In working on different projects this week, I was faced with trying to "fix" three examples of "orphaned" music. The first, a work from forty years ago, the second sitting only twenty years and the third, just over five years stale. All three classifiable in the good to important works range.
One, an album, is by a highly recognizable LMHOF member, one project involves two LMHOF members in "cameo" roles and the third, a set of songs from a group with more than one future LMHOF member. And all three have different, yet similar back stories of how they became "orphans."
The good news. After sitting, virtually unknown, for twenty years, one final album of an LMHOF artist will finally begin to see daylight in the coming months. The decades old problems were soothed by simply contacting the party in actual authority on the recordings, then working and talking in good faith.
The oldest of the three works is seemingly on the path of daylight after being locked in a dark room. And, the third is somewhat clarified, with some of the works now straightened out enough to see daylight, while yet others from the same project remain confused, but with positive communications.
The point is, that I personally know of at least three other similar situations, and I'm sure that there are probably dozens of these situations involving top level Louisiana artists.
The question is: Who should be doing something about these, and other, types of situations? The musicians' union? Not really, it's just not their territory. Publishers? Not really, many of the "orphaned" songs have never been published or registered. The artists? Well, in many cases, these "orphans" are created in messy "divorces" between the artists and groups responsible for creating them. Record labels? Well, first of all, in some cases, they are a part of the problems and, in works past five years old, they probably can't return the kind of profit they're looking for. The state? The Louisiana Music Commission was abolished after years of admitted inactivity, basically for lack of leadership and vision.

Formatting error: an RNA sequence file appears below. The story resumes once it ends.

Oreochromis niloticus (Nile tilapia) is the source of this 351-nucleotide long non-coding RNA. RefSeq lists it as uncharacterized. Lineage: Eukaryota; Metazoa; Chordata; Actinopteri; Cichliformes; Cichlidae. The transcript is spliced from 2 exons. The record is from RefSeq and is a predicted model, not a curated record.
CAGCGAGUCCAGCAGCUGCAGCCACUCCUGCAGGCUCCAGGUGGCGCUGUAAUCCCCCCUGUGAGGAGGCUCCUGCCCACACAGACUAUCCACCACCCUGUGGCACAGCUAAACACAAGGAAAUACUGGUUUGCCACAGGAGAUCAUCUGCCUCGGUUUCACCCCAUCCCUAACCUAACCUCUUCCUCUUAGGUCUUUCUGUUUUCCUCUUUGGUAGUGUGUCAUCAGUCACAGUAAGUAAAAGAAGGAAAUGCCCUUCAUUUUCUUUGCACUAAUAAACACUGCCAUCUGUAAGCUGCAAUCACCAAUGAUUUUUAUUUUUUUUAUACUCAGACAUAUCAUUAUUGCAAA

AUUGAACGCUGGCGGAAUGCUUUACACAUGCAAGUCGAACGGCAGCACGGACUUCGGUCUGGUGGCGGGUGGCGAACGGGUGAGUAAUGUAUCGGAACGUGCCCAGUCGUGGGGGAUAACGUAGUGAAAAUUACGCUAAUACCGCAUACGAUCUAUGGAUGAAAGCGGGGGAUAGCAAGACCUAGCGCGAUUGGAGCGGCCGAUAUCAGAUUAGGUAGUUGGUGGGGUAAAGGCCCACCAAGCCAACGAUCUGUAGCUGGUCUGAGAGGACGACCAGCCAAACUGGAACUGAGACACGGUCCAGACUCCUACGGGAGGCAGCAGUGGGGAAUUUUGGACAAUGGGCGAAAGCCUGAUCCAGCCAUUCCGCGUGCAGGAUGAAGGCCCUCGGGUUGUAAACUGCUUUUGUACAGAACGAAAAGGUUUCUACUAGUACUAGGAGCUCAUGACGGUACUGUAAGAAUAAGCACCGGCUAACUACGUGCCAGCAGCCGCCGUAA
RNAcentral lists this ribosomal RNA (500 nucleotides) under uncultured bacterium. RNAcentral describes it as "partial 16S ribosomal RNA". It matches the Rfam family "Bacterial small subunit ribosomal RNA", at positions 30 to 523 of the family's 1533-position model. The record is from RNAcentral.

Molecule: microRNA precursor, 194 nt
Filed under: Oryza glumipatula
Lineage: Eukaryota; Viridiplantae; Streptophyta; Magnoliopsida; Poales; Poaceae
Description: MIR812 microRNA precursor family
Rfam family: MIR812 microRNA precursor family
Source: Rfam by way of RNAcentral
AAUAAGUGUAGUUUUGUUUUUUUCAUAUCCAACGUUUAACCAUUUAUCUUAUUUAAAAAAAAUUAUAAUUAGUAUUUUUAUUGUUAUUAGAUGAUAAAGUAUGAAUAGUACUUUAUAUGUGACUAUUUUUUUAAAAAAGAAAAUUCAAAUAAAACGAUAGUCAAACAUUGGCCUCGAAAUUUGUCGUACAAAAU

So who's left? Apparently, organizations like the LMHOF.
But, without full support from the state and, at least some, funding from the state, the job can only be attempted at a hit and miss level, by anyone. The State of Louisiana needs to acknowledge that Louisiana's music is an industry, and treat it as an industry; an industry that can be profitable for Louisiana, not simply in dollars on charts, but in good will, incentives for tourism, worldwide visibility and recognition and, most importantly, employment and better pay for our musicians and artists.
We need to first create a basic and viable industry structure, then, maybe an overview or "holistic" approach can be successful.
Author Mike Shepherd is the President & Executive Director of La Musique de Louisianne Inc., The Louisiana Music Hall Of Fame, a 501c3 dedicated to "preserving Louisiana's greatest renewable natural resource" www.LMHOF.org